Electro microscope photo of SARS-CoV-2 virus. Blue background, coral-coloured virus with a corona of blue and green spikes

Photo by Fusion Medical Animation on Unsplash

Two recent studies confirm that the Omicron variant of SARS-CoV-2 is very bad new in terms of infectiousness, ability to evade immunity, and resistance to existing therapies. In addition, although preliminary reports from South Africa suggested that infection with the Omicron variant could result in less severe illness than infection with the Delta variant, the UK data hints that there’s no significant difference in severity between the two (though the study is quick to list its caveats).

What follows is a look at those studies. But if you’re in a rush just skip to the summary and conclusions.


University College London

Neil Ferguson, Azra Ghani, Anne Cori et al. Growth, population distribution and immune escape of the Omicron in England. Imperial College London (16-12-2021). Doi: https://doi.org/10.25561/93038


This study looked at over 21,000 cases of infection with the Omicron SARS-CoV-2 variant vs over 350,00 cases of infection with the Delta variant, and they controlled for vaccine status, age (in 10-yr age bands), sex, ethnicity, asymptomatic status, region and specimen date.

They suggest that the Omicron case rate is doubling every two days, with caveats:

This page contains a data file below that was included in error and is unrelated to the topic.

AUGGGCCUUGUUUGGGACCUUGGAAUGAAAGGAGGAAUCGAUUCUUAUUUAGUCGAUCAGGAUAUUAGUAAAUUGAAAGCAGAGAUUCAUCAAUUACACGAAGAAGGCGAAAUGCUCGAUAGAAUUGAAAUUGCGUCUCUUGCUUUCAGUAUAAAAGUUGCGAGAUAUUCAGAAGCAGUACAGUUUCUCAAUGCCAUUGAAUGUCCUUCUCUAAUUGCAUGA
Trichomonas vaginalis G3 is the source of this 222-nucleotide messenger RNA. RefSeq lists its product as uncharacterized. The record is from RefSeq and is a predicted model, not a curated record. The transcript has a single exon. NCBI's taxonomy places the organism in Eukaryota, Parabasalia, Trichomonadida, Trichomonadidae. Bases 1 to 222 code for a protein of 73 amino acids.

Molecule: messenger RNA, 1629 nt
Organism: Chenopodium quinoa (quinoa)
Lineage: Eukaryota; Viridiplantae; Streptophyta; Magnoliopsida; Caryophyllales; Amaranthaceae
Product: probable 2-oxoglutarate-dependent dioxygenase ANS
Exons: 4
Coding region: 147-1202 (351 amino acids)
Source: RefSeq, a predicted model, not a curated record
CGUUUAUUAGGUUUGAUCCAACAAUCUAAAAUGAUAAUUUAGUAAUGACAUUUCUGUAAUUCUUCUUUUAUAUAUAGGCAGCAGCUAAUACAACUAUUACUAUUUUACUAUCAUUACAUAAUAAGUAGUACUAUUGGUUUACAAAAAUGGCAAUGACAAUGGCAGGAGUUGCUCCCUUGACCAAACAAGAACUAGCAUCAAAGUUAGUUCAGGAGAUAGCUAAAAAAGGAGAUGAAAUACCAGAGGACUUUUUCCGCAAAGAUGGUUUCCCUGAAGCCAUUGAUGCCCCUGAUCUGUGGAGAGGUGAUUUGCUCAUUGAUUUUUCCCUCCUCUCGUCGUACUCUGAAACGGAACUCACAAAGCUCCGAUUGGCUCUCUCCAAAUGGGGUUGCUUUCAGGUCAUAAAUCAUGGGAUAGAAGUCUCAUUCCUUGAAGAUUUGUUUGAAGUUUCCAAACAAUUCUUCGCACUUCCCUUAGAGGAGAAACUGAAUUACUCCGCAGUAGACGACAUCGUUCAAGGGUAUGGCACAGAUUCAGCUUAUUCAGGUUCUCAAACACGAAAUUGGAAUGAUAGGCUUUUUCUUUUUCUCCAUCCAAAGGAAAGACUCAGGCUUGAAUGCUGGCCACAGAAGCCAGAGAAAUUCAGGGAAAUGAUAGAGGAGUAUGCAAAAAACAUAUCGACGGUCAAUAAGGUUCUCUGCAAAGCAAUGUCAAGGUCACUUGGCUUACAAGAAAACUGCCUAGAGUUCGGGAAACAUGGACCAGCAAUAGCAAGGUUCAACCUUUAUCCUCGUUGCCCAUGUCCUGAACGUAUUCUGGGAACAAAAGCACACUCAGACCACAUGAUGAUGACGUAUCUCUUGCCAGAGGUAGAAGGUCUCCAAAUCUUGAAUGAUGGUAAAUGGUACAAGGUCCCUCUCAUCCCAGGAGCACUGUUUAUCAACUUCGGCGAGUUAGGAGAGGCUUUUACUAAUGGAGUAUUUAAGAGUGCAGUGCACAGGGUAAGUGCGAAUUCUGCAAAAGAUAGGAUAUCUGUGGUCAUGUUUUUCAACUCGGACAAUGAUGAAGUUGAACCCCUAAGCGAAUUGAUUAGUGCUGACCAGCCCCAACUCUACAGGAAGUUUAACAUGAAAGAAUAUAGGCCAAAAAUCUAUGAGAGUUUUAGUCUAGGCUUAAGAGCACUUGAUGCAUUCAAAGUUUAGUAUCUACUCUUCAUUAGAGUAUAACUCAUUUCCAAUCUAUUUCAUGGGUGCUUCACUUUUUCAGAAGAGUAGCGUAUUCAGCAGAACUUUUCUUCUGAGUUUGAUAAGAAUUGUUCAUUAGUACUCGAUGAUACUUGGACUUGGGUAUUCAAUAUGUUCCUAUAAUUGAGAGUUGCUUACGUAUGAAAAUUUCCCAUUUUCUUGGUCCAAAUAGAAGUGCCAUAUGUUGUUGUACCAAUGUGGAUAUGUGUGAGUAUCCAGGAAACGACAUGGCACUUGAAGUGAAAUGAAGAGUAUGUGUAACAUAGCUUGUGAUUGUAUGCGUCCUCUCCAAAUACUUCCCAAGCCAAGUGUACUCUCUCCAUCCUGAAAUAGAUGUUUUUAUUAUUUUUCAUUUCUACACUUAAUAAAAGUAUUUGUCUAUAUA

“A total of 208,971 S+ and 15,063 S- cases with complete data were included in the SGTF analysis, and 142,340 Delta and 6,184 Omicron cases were included in the genotype analysis. Both analyses suggest rapid growth of the log odds frequency of the Omicron variant relative to Delta, with exponential growth rate estimates of 0.45/day (95%CI: 0.44-0.46) [1.5 day doubling time] and 0.43/day (95%CI: 0.42-0.44) [1.6 day doubling time] obtained from genotype and SGTF data, respectively. Given the frequency of Omicron exceeded 20% by the last time point examined, the exponential growth rate of frequency (as compared with log odds frequency) was estimated to be somewhat lower, at 0.34/day (95% CI: 0.33-0.35) [2.0 day doubling time] from both SGTF and genotype data, calculated using Poisson rather than logistic regression.”

I’m pretty sure this variant is doubling at least every two days. Recent wastewater data here in WA state—and this was 2 days ago—show 40% of virus is Omicron variant. Given doubling rate, I’d be shocked if today it were not easily the dominant strain—it’s just that the testing data hasn’t shown up yet.

They found that “Omicron was associated with a 5.41 (95% CI: 4.87-6.00) fold higher relative risk of reinfection compared with Delta.” And that, prior to Omicron, a cohort study of UK healthcare workers “estimated that SARS-CoV-2 infection gave 85% protection against reinfection over 6 months, or a relative risk of infection of 0.15 compared with those with no prior infection. Our hazard ratio estimate would suggest the relative risk of reinfection has risen to 0.81 [95%CI: 0.73-1.00] (i.e. remaining protection of 19% [95%CI: 0-27%]) against Omicron.” Also that their “estimates largely agree with those from UKHSA’s TNCC study and predictions from predicting VE from neutralising antibody titres (4,14), suggesting very limited remaining protection against symptomatic infection afforded by two doses of AZ, low protection afforded by two doses of Pfizer, but moderate to high (55-80%) protection in people boosted with an mRNA vaccine.”